GPS Cycle and Walking Routes

Forty Hall Walk

2 miles (3.6 km)

This manor house in Enfield is surrounded by lovely parkland and gardens. It's a fine place for a stroll with good footpaths taking you around the estate which also includes waterside trails along the New River. The house itself is a Grade I listed building dating back to the 1620s. Today it is used as a museum which houses a permanent exhibition telling the story of the house and its estate throughout the ages. After exploring the house you can visit the lake and the noteworthy Cedar of Lebanon, one of theGreat Trees of London.
After exploring the hall and gardens the walk then picks up the London Loop and follows it west along the Turkey Brook towards Whitewebbs Park. Here you'll find some nice woodland trails, an ornamental pond and some picturesque small lakes. The route then follows the old course of the New River to return to the hall. You can continue your walking along the man made river to the east of the hall by picking up the New River Path. The Enfield Walk starts from the nearby market town and visits the hall as well Whitewebbs Park and the New River. It's a nice way of visiting the hall by public transport and seeing some of the other highlights of the area.

Postcode

EN2 9HA - Please note: Postcode may be approximate for some rural locations

Forty Hall OS Map - Mobile GPS OS Map with Location tracking

Forty Hall Open Street Map - Mobile GPS Map with Location tracking

Cycle Routes and Walking Routes Nearby

Photos

Forty Hall - geograph.org.uk - 9837

Forty Hall was built from 1629 for Sir Nicholas Rainton, a prominent member of the corporation of the City of London. It is now owned by the London Borough of Enfield, and its grounds make a popular open space. The house was completed in 1632/3 when Sir Nicholas and his family moved in. He was elected Lord Mayor of London in 1832 and was knighted in 1633. In 1634 he was made President of St Bartholomew's Hospital, which position he held until his death at Forty Hall in 1646. In 1640 he refused to lend money to Charles I and also refused to supply details of the wealth of his associates when requested to do so by the Crown. He was subsequently imprisoned, taken to Marshalsea and moved to the Tower of London with four other Alderman.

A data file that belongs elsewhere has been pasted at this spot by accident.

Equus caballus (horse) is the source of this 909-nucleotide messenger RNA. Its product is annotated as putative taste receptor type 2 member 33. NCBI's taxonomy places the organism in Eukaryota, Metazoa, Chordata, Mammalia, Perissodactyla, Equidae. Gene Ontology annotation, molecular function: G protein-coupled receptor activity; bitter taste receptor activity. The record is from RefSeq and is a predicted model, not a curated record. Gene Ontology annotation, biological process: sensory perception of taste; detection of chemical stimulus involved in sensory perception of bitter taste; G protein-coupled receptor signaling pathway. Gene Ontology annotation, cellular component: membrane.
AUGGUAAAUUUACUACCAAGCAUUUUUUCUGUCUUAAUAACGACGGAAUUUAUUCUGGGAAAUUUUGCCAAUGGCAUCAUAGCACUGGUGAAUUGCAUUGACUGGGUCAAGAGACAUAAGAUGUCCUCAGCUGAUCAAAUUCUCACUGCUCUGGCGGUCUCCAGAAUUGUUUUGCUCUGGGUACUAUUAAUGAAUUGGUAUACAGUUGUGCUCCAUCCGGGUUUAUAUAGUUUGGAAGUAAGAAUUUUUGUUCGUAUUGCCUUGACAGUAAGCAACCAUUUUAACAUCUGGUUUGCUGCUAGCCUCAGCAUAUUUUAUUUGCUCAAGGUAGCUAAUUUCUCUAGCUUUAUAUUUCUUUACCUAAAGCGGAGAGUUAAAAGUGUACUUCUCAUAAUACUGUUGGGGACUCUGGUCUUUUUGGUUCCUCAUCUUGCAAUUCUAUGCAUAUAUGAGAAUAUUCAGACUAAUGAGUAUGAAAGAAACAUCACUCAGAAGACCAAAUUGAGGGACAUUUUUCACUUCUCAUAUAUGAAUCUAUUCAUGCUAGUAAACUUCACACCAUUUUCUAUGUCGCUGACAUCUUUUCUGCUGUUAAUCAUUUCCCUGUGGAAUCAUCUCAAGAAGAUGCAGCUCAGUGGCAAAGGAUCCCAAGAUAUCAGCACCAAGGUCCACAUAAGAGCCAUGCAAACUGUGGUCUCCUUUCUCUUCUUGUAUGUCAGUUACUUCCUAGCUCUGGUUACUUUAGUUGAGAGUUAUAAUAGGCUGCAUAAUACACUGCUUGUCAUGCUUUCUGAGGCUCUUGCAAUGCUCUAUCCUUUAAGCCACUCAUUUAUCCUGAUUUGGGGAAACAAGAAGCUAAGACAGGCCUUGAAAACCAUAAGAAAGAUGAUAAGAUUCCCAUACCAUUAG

Cedar of Lebanon, Forty Hall, Enfield - geograph.org.uk - 708717

Cedar of Lebanon, Forty Hall, Enfield. Large Cedar of Lebanon tree in Forty Hall grounds, which was planted in the mid-17th century. Unfortunately, one of the branches broke off a few months ago in a gale, but fortunately the tree was able to be saved.

Forty Hall, Enfield - geograph.org.uk - 39614

In 1642 Sir Nicholas Rainton turned down the offer of a place on the Committee of Safety on the grounds of "many employments" and retired to Forty Hall. Upon his death his nephew, also Nicholas, inherited the estate, although still a minor. Forty Hall has a beautiful garden with a wonderful display of rhododendrons in the Spring.

Entrance to Garden, Forty Hall, Enfield - geograph.org.uk - 731027

Entrance to Garden area. Behind the gateway into this garden you can see one of the smaller Cedar of Lebanon in this garden with the house just visible behind this tree. On the left are deciduous azaleas and a large wisteria.

Video

GPS Files

GPX File

Forty Hall.gpx (On Desktop:Right Click>'Save As. On Ipad/Iphone:Click and hold>Share>Save to Files')

Memory Map Route

Forty Hall.mmo (On Desktop:Right Click>'Save As. On Ipad/Iphone:Click and hold >Share>Save to Files)